To facilitate a travel mode and minimise the required dialysate volume to a manageable 30 litres (ie: 6 bags holding 5 litres each ) = about the maximum bagged dialysate volume that can be 'reasonably transported' for a single treatment, NxStage HAD to come up with a novel and REALLY slow dialysate flow concept. This had to be one that would permit a low enough total per treatment dialysate volume to make portability feasible, yet still “clear” (i.e., remove) sufficient “stuff” to provide adequate dialysis. Clearly, 96 - 240 litre volumes—as above—were NOT consistent with a transportable system. 

So, they chose to lower the dialysate flow way down to 30 litres/treatment. For example, if dialysate flow rate could be lowered to 150 ml/minute (= 9 litres/hour) for a total treatment time of 3 hours, only 27 litres of dialysate would be needed per treatment.

But...and this can be the hard bit to get your head around…as a slower dialysate flow rate begins to “saturate” the dialysate with waste, and thus the concentration gradient between blood and dialysate begins to lessen, waste removal begins to slow down. As the amount of waste in the dialysate relative to the amount in blood increases, less and less removal results.  If the differential concentration gradient between blood (removing from) and dialysate (removing to) is reduced, the efficiency of waste removal is reduced.

Peter is beginning to pay Paul!

Recognising this clearance problem as the Achilles heel in their march to reduce the dialysate volume to a manageable, transportable, travelable volume, NxStage came up with a nifty plan to combat this efficiency problem.  At least in part, they compensated by pushing up their recommended blood flow rate. They “reversed” the usual ratio of blood flow (250 ml/min) to dialysate flow (500 ml/min)—> a ratio of 1:2 to a blood flow of (say) 450 vs. a dialysate flow of 150 —> a ratio of 3:1, or similar. 

They called this “new ratio” the “flow fraction.”

This flow fraction concept largely—though not fully—corrected and compensated for the lesser waste removal achieved by slowing down the dialysate flow rate. NxStage had worked out a way whereby they could reduce the required total per-treatment dialysate volume, maintain adequate clearance, and facilitate a portable system, all at the “small expense” of needing a very fast blood flow rate.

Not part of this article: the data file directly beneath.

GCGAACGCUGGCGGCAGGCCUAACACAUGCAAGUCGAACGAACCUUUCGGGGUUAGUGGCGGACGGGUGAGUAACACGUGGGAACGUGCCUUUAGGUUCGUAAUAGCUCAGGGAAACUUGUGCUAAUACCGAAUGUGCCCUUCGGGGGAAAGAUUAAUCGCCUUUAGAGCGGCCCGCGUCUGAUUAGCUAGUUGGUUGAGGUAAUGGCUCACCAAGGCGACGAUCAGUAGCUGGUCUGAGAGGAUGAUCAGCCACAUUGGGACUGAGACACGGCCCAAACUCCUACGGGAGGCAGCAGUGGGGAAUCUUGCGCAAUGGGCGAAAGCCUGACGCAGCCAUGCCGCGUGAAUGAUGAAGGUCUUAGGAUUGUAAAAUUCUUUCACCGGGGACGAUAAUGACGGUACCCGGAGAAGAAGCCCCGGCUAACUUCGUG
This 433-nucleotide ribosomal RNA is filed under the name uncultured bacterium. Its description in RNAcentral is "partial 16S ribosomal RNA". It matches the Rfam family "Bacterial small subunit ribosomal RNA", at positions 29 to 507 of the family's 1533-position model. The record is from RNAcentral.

But, nothing is ever free. High flow rates can potentially have significant implications  for the vascular integrity of the fistula. I have dealt with this issue before, in a blog about fistula flow rates in 2014 at KidneyViews.

To recap, NxStage now had a model that achieved adequate (and I use that word intentionally) clearances—not “great” nor “optimum,” but “adequate”—and that achieved portability - a major goal. This came at a price, as everything does, and that price was: (1) The risk to fistula or central vein integrity, (2) The ability to achieve optimum clearance; this latter “risk” becoming especially problematic when considering the removal of time-dependent substances…like phosphate!

NxStage was designed for short, sharp, frequent runs (initially 2-2.5 hrs) to allow its low flow rate dialysate to eek adequate clearance from a limited total dialysate volume. But, while this seemed to satisfy and broaden the options for an already poorly-dialysed American dialysis population, it didn't appeal elsewhere where better dialysis was already the accepted norm. This has led to further iterations of the NxStage system, as their designers ever strive to increase the available dialysate volume back towards volumes that again preclude travel—the untransportable Pureflow—leaving the lower volume System One bag system as a lesser efficiency travel mode.

So, in summary, back to the original two statements: 

  1. All current hemodialysis systems are single pass, including NxStage. It is just the speed of pass that is different (i.e. the ratio between the blood flow rate and the dialysate flow rate). Multi-pass is limited either to (1) a sorbent system, though no current commercial sorbent systems are out there, despite that many are being R&D'ed, or (2) a research tool - like James Heaf's nifty multi-pass version of a conventional single pass system - though this is not (yet) an option for routine management.  
  2. The notion that using a slower dialysate flow rate in a Baby K will enhance phosphate removal is also a “no.” If anything, it is the opposite, though the length of time on dialysis is what influences phosphate clearance most, and not the dialysate flow rate.